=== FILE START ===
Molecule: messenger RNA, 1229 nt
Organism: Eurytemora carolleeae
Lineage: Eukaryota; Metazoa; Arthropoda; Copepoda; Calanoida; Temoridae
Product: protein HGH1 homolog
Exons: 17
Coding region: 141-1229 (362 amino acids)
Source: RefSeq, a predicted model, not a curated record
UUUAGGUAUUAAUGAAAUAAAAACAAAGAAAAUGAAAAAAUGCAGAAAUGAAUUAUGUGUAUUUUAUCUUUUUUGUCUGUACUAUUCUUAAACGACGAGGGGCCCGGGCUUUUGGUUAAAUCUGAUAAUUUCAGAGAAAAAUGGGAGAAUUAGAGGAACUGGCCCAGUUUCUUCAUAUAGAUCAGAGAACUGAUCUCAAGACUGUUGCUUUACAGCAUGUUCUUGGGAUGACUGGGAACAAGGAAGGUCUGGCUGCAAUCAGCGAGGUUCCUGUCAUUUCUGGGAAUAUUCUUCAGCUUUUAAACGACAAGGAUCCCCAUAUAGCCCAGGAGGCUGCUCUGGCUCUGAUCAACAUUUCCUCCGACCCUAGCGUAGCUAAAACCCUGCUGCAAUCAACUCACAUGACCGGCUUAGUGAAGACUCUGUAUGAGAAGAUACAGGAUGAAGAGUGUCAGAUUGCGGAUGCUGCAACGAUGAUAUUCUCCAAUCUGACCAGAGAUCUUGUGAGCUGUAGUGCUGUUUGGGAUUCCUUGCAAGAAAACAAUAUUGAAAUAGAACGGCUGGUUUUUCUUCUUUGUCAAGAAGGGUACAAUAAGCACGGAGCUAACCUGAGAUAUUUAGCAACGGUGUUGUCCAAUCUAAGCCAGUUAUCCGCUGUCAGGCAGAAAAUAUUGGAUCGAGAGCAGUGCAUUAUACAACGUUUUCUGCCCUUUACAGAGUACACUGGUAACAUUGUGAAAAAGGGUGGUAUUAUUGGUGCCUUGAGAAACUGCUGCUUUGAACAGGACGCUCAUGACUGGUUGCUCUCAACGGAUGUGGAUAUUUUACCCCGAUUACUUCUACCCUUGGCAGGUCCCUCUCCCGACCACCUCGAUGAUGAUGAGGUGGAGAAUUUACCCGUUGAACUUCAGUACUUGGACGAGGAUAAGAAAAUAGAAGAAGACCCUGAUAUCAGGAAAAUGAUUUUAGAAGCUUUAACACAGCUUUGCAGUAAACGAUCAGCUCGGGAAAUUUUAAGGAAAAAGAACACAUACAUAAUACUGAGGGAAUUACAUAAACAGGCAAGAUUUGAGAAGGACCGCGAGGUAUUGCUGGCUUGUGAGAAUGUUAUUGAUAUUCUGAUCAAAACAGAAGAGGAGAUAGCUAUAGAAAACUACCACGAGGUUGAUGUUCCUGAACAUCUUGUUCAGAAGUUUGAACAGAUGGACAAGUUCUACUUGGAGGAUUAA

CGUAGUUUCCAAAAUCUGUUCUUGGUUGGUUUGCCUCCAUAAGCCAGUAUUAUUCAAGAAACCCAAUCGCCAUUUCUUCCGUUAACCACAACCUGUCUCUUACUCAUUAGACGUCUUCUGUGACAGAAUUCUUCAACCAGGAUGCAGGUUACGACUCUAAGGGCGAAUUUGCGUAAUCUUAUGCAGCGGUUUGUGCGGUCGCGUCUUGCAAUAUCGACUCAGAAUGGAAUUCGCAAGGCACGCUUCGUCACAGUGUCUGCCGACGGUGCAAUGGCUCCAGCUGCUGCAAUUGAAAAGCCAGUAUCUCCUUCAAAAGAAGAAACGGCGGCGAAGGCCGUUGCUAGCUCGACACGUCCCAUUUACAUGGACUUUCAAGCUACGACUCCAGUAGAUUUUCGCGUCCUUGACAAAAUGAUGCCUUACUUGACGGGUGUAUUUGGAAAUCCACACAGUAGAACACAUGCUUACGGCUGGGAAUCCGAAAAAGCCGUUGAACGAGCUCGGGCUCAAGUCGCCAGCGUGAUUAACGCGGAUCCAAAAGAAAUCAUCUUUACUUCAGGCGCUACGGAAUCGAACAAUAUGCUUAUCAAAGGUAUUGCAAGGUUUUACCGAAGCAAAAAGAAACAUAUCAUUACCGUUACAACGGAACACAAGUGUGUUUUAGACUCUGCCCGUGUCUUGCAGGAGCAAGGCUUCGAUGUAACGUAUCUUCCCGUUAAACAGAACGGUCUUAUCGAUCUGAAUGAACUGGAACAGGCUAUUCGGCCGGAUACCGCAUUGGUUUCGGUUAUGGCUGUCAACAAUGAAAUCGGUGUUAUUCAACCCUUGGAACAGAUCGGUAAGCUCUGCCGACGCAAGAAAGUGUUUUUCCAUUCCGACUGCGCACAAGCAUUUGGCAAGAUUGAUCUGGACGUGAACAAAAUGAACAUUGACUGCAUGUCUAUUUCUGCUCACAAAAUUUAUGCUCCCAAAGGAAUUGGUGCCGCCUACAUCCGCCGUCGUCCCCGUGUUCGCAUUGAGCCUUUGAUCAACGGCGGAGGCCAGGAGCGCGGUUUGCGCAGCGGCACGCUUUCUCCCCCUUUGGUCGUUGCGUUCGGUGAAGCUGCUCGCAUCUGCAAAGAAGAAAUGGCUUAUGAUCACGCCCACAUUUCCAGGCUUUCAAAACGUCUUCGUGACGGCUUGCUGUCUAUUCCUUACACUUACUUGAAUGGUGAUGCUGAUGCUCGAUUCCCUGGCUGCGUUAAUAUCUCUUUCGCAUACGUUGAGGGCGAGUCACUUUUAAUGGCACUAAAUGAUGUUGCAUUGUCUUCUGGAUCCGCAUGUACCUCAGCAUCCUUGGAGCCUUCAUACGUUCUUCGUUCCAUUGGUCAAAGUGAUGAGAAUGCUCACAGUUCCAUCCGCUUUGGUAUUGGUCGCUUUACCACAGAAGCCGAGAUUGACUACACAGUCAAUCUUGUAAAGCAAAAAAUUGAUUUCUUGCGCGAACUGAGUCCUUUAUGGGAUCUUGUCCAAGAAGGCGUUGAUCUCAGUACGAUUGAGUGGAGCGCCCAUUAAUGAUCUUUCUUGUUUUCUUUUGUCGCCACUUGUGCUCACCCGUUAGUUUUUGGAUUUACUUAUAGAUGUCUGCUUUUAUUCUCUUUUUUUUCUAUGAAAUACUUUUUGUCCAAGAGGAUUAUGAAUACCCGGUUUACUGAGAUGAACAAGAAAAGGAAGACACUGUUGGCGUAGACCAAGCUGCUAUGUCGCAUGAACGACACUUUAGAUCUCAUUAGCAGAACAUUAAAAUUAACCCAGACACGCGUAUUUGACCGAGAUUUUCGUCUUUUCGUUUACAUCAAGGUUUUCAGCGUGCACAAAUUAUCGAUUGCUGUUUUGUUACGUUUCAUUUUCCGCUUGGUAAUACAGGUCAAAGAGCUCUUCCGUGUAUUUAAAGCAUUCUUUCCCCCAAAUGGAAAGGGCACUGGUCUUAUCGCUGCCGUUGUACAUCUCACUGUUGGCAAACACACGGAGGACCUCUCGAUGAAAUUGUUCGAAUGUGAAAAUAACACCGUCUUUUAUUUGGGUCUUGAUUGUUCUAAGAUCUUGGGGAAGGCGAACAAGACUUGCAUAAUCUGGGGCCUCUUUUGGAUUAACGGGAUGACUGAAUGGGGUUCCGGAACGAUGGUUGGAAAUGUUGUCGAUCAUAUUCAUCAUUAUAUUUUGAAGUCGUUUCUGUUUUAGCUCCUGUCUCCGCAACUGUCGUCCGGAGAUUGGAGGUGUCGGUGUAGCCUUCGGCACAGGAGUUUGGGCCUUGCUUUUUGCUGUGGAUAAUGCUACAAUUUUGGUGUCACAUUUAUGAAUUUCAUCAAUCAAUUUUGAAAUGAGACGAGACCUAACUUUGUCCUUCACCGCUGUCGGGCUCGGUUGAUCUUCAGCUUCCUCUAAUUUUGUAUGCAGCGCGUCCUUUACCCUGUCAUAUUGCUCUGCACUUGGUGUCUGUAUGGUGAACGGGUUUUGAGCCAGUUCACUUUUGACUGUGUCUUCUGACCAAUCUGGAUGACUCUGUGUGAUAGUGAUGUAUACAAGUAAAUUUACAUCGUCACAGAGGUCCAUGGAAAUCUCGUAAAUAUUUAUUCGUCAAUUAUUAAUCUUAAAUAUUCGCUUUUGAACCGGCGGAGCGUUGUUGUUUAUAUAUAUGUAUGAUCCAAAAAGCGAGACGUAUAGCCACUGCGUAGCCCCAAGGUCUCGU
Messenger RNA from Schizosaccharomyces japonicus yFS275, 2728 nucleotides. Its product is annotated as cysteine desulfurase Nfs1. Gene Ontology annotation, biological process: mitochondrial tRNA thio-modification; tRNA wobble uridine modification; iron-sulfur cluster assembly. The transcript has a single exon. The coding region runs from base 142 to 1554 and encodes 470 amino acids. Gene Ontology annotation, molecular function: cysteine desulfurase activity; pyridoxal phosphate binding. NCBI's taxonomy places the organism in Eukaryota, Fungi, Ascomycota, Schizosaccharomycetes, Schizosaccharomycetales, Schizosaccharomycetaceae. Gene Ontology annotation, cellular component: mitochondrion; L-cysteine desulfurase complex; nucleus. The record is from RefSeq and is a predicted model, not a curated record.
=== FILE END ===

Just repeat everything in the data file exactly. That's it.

Molecule: messenger RNA, 1229 nt
Organism: Eurytemora carolleeae
Lineage: Eukaryota; Metazoa; Arthropoda; Copepoda; Calanoida; Temoridae
Product: protein HGH1 homolog
Exons: 17
Coding region: 141-1229 (362 amino acids)
Source: RefSeq, a predicted model, not a curated record
UUUAGGUAUUAAUGAAAUAAAAACAAAGAAAAUGAAAAAAUGCAGAAAUGAAUUAUGUGUAUUUUAUCUUUUUUGUCUGUACUAUUCUUAAACGACGAGGGGCCCGGGCUUUUGGUUAAAUCUGAUAAUUUCAGAGAAAAAUGGGAGAAUUAGAGGAACUGGCCCAGUUUCUUCAUAUAGAUCAGAGAACUGAUCUCAAGACUGUUGCUUUACAGCAUGUUCUUGGGAUGACUGGGAACAAGGAAGGUCUGGCUGCAAUCAGCGAGGUUCCUGUCAUUUCUGGGAAUAUUCUUCAGCUUUUAAACGACAAGGAUCCCCAUAUAGCCCAGGAGGCUGCUCUGGCUCUGAUCAACAUUUCCUCCGACCCUAGCGUAGCUAAAACCCUGCUGCAAUCAACUCACAUGACCGGCUUAGUGAAGACUCUGUAUGAGAAGAUACAGGAUGAAGAGUGUCAGAUUGCGGAUGCUGCAACGAUGAUAUUCUCCAAUCUGACCAGAGAUCUUGUGAGCUGUAGUGCUGUUUGGGAUUCCUUGCAAGAAAACAAUAUUGAAAUAGAACGGCUGGUUUUUCUUCUUUGUCAAGAAGGGUACAAUAAGCACGGAGCUAACCUGAGAUAUUUAGCAACGGUGUUGUCCAAUCUAAGCCAGUUAUCCGCUGUCAGGCAGAAAAUAUUGGAUCGAGAGCAGUGCAUUAUACAACGUUUUCUGCCCUUUACAGAGUACACUGGUAACAUUGUGAAAAAGGGUGGUAUUAUUGGUGCCUUGAGAAACUGCUGCUUUGAACAGGACGCUCAUGACUGGUUGCUCUCAACGGAUGUGGAUAUUUUACCCCGAUUACUUCUACCCUUGGCAGGUCCCUCUCCCGACCACCUCGAUGAUGAUGAGGUGGAGAAUUUACCCGUUGAACUUCAGUACUUGGACGAGGAUAAGAAAAUAGAAGAAGACCCUGAUAUCAGGAAAAUGAUUUUAGAAGCUUUAACACAGCUUUGCAGUAAACGAUCAGCUCGGGAAAUUUUAAGGAAAAAGAACACAUACAUAAUACUGAGGGAAUUACAUAAACAGGCAAGAUUUGAGAAGGACCGCGAGGUAUUGCUGGCUUGUGAGAAUGUUAUUGAUAUUCUGAUCAAAACAGAAGAGGAGAUAGCUAUAGAAAACUACCACGAGGUUGAUGUUCCUGAACAUCUUGUUCAGAAGUUUGAACAGAUGGACAAGUUCUACUUGGAGGAUUAA

CGUAGUUUCCAAAAUCUGUUCUUGGUUGGUUUGCCUCCAUAAGCCAGUAUUAUUCAAGAAACCCAAUCGCCAUUUCUUCCGUUAACCACAACCUGUCUCUUACUCAUUAGACGUCUUCUGUGACAGAAUUCUUCAACCAGGAUGCAGGUUACGACUCUAAGGGCGAAUUUGCGUAAUCUUAUGCAGCGGUUUGUGCGGUCGCGUCUUGCAAUAUCGACUCAGAAUGGAAUUCGCAAGGCACGCUUCGUCACAGUGUCUGCCGACGGUGCAAUGGCUCCAGCUGCUGCAAUUGAAAAGCCAGUAUCUCCUUCAAAAGAAGAAACGGCGGCGAAGGCCGUUGCUAGCUCGACACGUCCCAUUUACAUGGACUUUCAAGCUACGACUCCAGUAGAUUUUCGCGUCCUUGACAAAAUGAUGCCUUACUUGACGGGUGUAUUUGGAAAUCCACACAGUAGAACACAUGCUUACGGCUGGGAAUCCGAAAAAGCCGUUGAACGAGCUCGGGCUCAAGUCGCCAGCGUGAUUAACGCGGAUCCAAAAGAAAUCAUCUUUACUUCAGGCGCUACGGAAUCGAACAAUAUGCUUAUCAAAGGUAUUGCAAGGUUUUACCGAAGCAAAAAGAAACAUAUCAUUACCGUUACAACGGAACACAAGUGUGUUUUAGACUCUGCCCGUGUCUUGCAGGAGCAAGGCUUCGAUGUAACGUAUCUUCCCGUUAAACAGAACGGUCUUAUCGAUCUGAAUGAACUGGAACAGGCUAUUCGGCCGGAUACCGCAUUGGUUUCGGUUAUGGCUGUCAACAAUGAAAUCGGUGUUAUUCAACCCUUGGAACAGAUCGGUAAGCUCUGCCGACGCAAGAAAGUGUUUUUCCAUUCCGACUGCGCACAAGCAUUUGGCAAGAUUGAUCUGGACGUGAACAAAAUGAACAUUGACUGCAUGUCUAUUUCUGCUCACAAAAUUUAUGCUCCCAAAGGAAUUGGUGCCGCCUACAUCCGCCGUCGUCCCCGUGUUCGCAUUGAGCCUUUGAUCAACGGCGGAGGCCAGGAGCGCGGUUUGCGCAGCGGCACGCUUUCUCCCCCUUUGGUCGUUGCGUUCGGUGAAGCUGCUCGCAUCUGCAAAGAAGAAAUGGCUUAUGAUCACGCCCACAUUUCCAGGCUUUCAAAACGUCUUCGUGACGGCUUGCUGUCUAUUCCUUACACUUACUUGAAUGGUGAUGCUGAUGCUCGAUUCCCUGGCUGCGUUAAUAUCUCUUUCGCAUACGUUGAGGGCGAGUCACUUUUAAUGGCACUAAAUGAUGUUGCAUUGUCUUCUGGAUCCGCAUGUACCUCAGCAUCCUUGGAGCCUUCAUACGUUCUUCGUUCCAUUGGUCAAAGUGAUGAGAAUGCUCACAGUUCCAUCCGCUUUGGUAUUGGUCGCUUUACCACAGAAGCCGAGAUUGACUACACAGUCAAUCUUGUAAAGCAAAAAAUUGAUUUCUUGCGCGAACUGAGUCCUUUAUGGGAUCUUGUCCAAGAAGGCGUUGAUCUCAGUACGAUUGAGUGGAGCGCCCAUUAAUGAUCUUUCUUGUUUUCUUUUGUCGCCACUUGUGCUCACCCGUUAGUUUUUGGAUUUACUUAUAGAUGUCUGCUUUUAUUCUCUUUUUUUUCUAUGAAAUACUUUUUGUCCAAGAGGAUUAUGAAUACCCGGUUUACUGAGAUGAACAAGAAAAGGAAGACACUGUUGGCGUAGACCAAGCUGCUAUGUCGCAUGAACGACACUUUAGAUCUCAUUAGCAGAACAUUAAAAUUAACCCAGACACGCGUAUUUGACCGAGAUUUUCGUCUUUUCGUUUACAUCAAGGUUUUCAGCGUGCACAAAUUAUCGAUUGCUGUUUUGUUACGUUUCAUUUUCCGCUUGGUAAUACAGGUCAAAGAGCUCUUCCGUGUAUUUAAAGCAUUCUUUCCCCCAAAUGGAAAGGGCACUGGUCUUAUCGCUGCCGUUGUACAUCUCACUGUUGGCAAACACACGGAGGACCUCUCGAUGAAAUUGUUCGAAUGUGAAAAUAACACCGUCUUUUAUUUGGGUCUUGAUUGUUCUAAGAUCUUGGGGAAGGCGAACAAGACUUGCAUAAUCUGGGGCCUCUUUUGGAUUAACGGGAUGACUGAAUGGGGUUCCGGAACGAUGGUUGGAAAUGUUGUCGAUCAUAUUCAUCAUUAUAUUUUGAAGUCGUUUCUGUUUUAGCUCCUGUCUCCGCAACUGUCGUCCGGAGAUUGGAGGUGUCGGUGUAGCCUUCGGCACAGGAGUUUGGGCCUUGCUUUUUGCUGUGGAUAAUGCUACAAUUUUGGUGUCACAUUUAUGAAUUUCAUCAAUCAAUUUUGAAAUGAGACGAGACCUAACUUUGUCCUUCACCGCUGUCGGGCUCGGUUGAUCUUCAGCUUCCUCUAAUUUUGUAUGCAGCGCGUCCUUUACCCUGUCAUAUUGCUCUGCACUUGGUGUCUGUAUGGUGAACGGGUUUUGAGCCAGUUCACUUUUGACUGUGUCUUCUGACCAAUCUGGAUGACUCUGUGUGAUAGUGAUGUAUACAAGUAAAUUUACAUCGUCACAGAGGUCCAUGGAAAUCUCGUAAAUAUUUAUUCGUCAAUUAUUAAUCUUAAAUAUUCGCUUUUGAACCGGCGGAGCGUUGUUGUUUAUAUAUAUGUAUGAUCCAAAAAGCGAGACGUAUAGCCACUGCGUAGCCCCAAGGUCUCGU
Messenger RNA from Schizosaccharomyces japonicus yFS275, 2728 nucleotides. Its product is annotated as cysteine desulfurase Nfs1. Gene Ontology annotation, biological process: mitochondrial tRNA thio-modification; tRNA wobble uridine modification; iron-sulfur cluster assembly. The transcript has a single exon. The coding region runs from base 142 to 1554 and encodes 470 amino acids. Gene Ontology annotation, molecular function: cysteine desulfurase activity; pyridoxal phosphate binding. NCBI's taxonomy places the organism in Eukaryota, Fungi, Ascomycota, Schizosaccharomycetes, Schizosaccharomycetales, Schizosaccharomycetaceae. Gene Ontology annotation, cellular component: mitochondrion; L-cysteine desulfurase complex; nucleus. The record is from RefSeq and is a predicted model, not a curated record.